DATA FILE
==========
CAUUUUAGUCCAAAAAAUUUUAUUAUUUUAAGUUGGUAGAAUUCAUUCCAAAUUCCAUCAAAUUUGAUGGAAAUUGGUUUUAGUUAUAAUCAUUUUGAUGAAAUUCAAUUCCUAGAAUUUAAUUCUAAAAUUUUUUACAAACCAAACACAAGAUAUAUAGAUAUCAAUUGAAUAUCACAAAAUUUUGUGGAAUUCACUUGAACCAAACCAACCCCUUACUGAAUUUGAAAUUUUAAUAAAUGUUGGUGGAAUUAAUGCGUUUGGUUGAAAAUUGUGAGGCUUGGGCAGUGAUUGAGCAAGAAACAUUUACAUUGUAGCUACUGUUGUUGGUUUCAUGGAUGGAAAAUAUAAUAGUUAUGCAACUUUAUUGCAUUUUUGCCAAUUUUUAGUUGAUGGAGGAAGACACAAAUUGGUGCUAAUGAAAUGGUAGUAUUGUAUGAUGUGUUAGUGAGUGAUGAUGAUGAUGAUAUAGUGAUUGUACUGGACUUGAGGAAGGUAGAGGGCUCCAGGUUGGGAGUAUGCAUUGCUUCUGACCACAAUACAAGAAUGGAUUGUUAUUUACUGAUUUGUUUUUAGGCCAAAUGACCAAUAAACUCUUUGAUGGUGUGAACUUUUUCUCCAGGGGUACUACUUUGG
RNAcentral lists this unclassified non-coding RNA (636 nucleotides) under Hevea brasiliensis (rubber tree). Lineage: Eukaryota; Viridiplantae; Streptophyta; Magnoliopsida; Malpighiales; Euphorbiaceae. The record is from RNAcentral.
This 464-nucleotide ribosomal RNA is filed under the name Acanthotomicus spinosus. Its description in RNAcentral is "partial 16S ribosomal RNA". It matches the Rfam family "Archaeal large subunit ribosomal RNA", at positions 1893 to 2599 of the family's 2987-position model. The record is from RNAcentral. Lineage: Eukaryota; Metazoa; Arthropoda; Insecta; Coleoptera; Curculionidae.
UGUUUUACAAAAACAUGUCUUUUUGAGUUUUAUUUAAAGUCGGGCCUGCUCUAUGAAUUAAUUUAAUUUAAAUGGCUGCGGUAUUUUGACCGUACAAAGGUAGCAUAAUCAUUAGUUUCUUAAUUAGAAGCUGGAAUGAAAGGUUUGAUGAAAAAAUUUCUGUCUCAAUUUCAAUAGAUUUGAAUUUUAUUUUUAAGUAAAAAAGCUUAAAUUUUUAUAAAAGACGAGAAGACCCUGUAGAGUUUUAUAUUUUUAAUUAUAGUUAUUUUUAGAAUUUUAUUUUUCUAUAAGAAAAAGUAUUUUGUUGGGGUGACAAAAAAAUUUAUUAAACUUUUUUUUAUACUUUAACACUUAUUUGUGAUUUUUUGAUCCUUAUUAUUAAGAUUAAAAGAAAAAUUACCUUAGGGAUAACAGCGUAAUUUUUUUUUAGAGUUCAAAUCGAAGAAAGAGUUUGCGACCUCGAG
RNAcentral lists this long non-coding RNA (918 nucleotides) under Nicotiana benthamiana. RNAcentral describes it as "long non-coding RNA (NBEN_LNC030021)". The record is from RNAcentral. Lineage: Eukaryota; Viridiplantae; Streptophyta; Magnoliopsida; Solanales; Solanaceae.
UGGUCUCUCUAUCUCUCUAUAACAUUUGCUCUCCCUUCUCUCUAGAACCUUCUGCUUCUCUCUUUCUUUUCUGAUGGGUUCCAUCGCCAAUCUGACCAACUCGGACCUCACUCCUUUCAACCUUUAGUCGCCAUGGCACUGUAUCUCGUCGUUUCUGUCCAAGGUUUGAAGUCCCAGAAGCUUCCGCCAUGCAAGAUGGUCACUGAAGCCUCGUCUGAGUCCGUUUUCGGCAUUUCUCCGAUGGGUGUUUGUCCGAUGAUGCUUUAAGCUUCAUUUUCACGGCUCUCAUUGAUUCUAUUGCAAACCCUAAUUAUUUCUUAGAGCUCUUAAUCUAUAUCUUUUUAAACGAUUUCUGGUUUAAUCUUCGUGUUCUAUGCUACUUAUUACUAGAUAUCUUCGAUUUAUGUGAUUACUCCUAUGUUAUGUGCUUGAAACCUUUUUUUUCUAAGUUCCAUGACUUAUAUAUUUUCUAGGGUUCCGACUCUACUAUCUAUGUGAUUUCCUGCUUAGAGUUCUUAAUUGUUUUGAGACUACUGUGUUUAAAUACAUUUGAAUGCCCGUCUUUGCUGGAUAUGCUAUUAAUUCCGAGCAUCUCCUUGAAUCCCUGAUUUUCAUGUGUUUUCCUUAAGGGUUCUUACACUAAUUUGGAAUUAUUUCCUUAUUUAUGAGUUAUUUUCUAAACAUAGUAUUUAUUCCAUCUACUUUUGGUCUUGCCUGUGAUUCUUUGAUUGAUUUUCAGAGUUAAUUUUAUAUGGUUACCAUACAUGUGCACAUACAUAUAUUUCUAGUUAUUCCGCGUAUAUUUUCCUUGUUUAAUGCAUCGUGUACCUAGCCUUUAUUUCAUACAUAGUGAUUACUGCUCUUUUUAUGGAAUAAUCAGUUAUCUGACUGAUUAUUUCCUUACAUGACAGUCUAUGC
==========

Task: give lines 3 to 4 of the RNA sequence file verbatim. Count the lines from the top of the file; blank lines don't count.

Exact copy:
This 464-nucleotide ribosomal RNA is filed under the name Acanthotomicus spinosus. Its description in RNAcentral is "partial 16S ribosomal RNA". It matches the Rfam family "Archaeal large subunit ribosomal RNA", at positions 1893 to 2599 of the family's 2987-position model. The record is from RNAcentral. Lineage: Eukaryota; Metazoa; Arthropoda; Insecta; Coleoptera; Curculionidae.
UGUUUUACAAAAACAUGUCUUUUUGAGUUUUAUUUAAAGUCGGGCCUGCUCUAUGAAUUAAUUUAAUUUAAAUGGCUGCGGUAUUUUGACCGUACAAAGGUAGCAUAAUCAUUAGUUUCUUAAUUAGAAGCUGGAAUGAAAGGUUUGAUGAAAAAAUUUCUGUCUCAAUUUCAAUAGAUUUGAAUUUUAUUUUUAAGUAAAAAAGCUUAAAUUUUUAUAAAAGACGAGAAGACCCUGUAGAGUUUUAUAUUUUUAAUUAUAGUUAUUUUUAGAAUUUUAUUUUUCUAUAAGAAAAAGUAUUUUGUUGGGGUGACAAAAAAAUUUAUUAAACUUUUUUUUAUACUUUAACACUUAUUUGUGAUUUUUUGAUCCUUAUUAUUAAGAUUAAAAGAAAAAUUACCUUAGGGAUAACAGCGUAAUUUUUUUUUAGAGUUCAAAUCGAAGAAAGAGUUUGCGACCUCGAG